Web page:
According to Skelton, this incremental progress toward achieving a network-of-networks is not unique to healthcare.
“The biggest lesson we’ve learned is that building out this type of many-to-many connectivity platform takes time,” he said. “It’s no different than when cellphones came out. I had four or five people I could call when they first came out, so the utility of the device was limited. But over time, everyone had a phone.”
“All of a sudden this app ecosystem comes into play, and now it’s not even about phone calls,” continued Skelton. “It’s about communication. It’s a whole different type of device. We’ve seen the same thing with the Surescripts platform.”
Surescripts made the decision to expand its solution offerings by noting ancillary avenues and potential benefits stemming from its initial e-prescribing product. Now, the organization has dipped into medication histories, medication management, and other areas.
“It’s not about speed,” maintained Skelton. “It’s not about how fast you can get that initial connectivity. It’s about getting a broad-based coalition over a period of time, and that’s really what we’ve tried to do with the Surescripts Network Alliance.”
Currently, Surescripts is focused on addressing problems with medication price transparency.
“The ability to have a prescriber understand, ‘Hey, something just showed up in my office. I’m going to prescribe a high blood pressure medication. Here’s what his plan says it’s going to cost him,’” explained Skelton.
In November 2017, Surescripts partnered with CVS Health to allow pharmacy benefits managers (PBMs) within CVS Caremark to provide real-time, member-specific prescription benefit information and lower-cost therapeutic alternatives.
This solution takes all of a patient’s co-pay information into account when calculating and presenting the potential cost of a medication. The solution then offers prescribers five recommendations for therapeutic alternatives in case the prescriber or the patient opts to pass up the medication in favor of a less costly route.
“For us, that is extraordinarily important,” said Skelton.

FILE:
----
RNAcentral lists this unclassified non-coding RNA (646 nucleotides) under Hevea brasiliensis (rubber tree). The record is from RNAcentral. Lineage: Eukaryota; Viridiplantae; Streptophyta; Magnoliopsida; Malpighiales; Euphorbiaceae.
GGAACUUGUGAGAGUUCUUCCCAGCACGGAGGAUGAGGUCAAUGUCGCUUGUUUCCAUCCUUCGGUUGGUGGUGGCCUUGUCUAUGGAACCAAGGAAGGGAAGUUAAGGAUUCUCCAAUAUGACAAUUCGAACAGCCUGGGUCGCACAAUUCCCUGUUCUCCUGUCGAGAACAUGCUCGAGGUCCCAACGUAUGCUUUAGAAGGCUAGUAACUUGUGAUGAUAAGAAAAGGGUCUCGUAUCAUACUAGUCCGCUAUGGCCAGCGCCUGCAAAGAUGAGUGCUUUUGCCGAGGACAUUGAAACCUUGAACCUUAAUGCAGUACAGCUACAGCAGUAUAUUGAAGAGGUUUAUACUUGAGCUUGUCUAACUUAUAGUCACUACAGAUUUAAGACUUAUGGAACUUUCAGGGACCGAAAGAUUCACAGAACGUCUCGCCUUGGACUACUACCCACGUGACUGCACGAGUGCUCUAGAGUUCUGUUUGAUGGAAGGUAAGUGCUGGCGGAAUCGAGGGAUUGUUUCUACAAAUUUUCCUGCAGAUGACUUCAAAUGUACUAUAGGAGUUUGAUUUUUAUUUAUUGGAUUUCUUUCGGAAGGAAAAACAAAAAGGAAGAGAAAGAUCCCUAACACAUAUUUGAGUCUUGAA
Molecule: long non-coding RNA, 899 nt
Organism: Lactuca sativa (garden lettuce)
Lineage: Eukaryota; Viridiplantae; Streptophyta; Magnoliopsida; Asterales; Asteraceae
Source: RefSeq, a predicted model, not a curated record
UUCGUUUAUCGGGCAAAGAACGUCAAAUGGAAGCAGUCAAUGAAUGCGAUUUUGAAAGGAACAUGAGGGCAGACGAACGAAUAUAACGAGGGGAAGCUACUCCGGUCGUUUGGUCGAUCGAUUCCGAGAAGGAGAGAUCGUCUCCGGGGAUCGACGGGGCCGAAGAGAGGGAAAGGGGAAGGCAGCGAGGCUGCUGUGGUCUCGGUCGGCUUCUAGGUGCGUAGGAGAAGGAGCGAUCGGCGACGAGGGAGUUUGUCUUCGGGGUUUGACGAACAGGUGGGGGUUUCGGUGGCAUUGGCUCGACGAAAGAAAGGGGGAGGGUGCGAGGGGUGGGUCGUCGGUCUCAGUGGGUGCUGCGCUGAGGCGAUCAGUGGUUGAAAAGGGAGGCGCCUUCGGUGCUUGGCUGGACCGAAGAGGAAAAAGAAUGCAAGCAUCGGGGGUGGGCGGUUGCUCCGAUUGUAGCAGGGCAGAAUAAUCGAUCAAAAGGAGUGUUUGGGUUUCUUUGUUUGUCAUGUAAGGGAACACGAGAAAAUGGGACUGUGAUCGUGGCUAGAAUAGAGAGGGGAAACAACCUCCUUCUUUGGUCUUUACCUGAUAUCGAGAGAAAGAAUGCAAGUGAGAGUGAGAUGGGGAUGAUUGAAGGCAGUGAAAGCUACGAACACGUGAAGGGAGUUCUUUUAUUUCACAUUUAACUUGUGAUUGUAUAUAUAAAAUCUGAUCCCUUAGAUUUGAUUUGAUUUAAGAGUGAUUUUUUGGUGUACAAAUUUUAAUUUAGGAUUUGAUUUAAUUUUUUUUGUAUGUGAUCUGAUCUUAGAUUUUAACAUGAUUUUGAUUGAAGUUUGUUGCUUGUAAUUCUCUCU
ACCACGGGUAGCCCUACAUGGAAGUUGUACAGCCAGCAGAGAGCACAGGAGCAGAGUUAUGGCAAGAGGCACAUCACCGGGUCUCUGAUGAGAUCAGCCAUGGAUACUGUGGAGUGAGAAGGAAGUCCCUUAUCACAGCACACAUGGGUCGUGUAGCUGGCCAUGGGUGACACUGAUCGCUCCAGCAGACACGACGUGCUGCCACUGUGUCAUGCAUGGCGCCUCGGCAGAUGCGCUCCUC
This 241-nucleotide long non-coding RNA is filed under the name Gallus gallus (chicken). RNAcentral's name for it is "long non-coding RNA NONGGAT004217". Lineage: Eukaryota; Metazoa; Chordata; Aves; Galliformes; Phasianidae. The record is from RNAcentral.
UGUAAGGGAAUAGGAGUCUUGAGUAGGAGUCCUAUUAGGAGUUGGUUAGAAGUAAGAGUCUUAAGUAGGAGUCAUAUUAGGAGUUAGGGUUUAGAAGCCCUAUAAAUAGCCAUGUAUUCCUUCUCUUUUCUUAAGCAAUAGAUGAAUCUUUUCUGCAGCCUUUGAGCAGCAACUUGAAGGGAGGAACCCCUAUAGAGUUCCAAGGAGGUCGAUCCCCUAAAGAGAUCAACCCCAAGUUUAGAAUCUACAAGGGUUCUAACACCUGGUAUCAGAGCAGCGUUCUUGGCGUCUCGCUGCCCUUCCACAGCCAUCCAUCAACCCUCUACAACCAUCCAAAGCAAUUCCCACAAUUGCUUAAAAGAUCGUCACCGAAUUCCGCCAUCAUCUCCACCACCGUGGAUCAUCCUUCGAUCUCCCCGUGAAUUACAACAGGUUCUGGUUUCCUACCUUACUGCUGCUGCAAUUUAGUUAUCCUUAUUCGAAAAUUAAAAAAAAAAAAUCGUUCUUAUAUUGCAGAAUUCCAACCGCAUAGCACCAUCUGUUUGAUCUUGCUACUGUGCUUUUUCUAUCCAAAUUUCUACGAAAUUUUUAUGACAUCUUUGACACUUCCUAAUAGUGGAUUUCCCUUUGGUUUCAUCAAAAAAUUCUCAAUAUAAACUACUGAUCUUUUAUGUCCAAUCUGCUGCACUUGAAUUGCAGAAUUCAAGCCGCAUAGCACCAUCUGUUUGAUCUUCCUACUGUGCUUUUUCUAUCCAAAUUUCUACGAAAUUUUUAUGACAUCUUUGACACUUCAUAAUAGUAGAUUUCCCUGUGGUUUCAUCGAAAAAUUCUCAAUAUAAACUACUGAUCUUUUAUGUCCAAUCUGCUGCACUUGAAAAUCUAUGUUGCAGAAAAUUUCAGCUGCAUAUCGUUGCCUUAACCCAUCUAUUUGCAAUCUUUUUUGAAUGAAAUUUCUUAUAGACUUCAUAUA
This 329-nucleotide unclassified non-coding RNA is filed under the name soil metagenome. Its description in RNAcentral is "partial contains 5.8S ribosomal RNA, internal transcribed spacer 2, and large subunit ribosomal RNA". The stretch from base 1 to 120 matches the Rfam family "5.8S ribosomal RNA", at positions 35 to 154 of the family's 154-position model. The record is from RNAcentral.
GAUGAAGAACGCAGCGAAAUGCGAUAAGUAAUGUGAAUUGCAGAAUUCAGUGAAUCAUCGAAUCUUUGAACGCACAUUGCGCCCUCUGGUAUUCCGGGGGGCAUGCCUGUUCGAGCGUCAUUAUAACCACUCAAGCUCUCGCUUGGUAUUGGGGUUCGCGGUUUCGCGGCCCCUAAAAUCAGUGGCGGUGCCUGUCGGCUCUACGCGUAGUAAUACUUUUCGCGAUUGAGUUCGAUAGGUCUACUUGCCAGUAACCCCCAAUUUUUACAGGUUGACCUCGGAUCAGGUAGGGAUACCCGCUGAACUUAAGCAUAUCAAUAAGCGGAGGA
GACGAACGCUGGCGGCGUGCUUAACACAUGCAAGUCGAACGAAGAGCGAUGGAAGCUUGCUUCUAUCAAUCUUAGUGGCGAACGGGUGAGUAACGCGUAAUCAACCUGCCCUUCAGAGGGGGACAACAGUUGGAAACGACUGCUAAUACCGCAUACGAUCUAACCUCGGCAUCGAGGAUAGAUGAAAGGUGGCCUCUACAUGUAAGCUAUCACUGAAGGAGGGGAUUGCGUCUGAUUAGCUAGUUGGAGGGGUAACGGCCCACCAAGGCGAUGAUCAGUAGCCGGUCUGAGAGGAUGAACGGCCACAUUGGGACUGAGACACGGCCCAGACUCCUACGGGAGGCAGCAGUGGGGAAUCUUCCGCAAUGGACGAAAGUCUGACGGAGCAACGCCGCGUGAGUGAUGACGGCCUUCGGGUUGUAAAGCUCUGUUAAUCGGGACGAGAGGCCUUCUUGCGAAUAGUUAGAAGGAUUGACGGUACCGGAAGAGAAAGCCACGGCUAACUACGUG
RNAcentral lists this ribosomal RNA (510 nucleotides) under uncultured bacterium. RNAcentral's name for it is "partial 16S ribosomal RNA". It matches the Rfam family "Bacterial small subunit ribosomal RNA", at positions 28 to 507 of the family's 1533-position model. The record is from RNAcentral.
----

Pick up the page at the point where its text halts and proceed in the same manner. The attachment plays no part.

Currently, about 77 percent of the population is covered by Surescripts’ price transparency solution, including a number of prescription drug monitoring programs (PDMPs) and health plans.
Skelton anticipates the price transparency offering will help to significantly improve healthcare delivery on both an individual and global scale.
“People are more interested in the health plan world and the payer world of managing their population,” said Skelton. “We’re doing our best to understand where members of this population have been seen, as well as who saw them, and what they were seen for.”
“We’ve begun moving toward alerting capabilities around this and we’re providing some new information sets to help with the care management of this to ensure health plans, pharmacists, and physicians have all the information they need,” he added.
Ensuring all members of a patient or population’s care team has access to complete medication and prescription information lays the groundwork for the kind of holistic, well-informed, comprehensive care delivery that is ideally at the crux of a value-based care system.
If health IT innovation, health data access, and health data exchange continue to progress along the current trajectory, Skelton predicts the industry’s goal of achieving a learning health system will be well within reach.
“We are in an era of extreme experimentation and innovation,” said Skelton. “We just have to remember what we’re trying to do here is achieve these changes at scale.”
“We’re at the early stages of a learning health system and it will do nothing but accelerate.”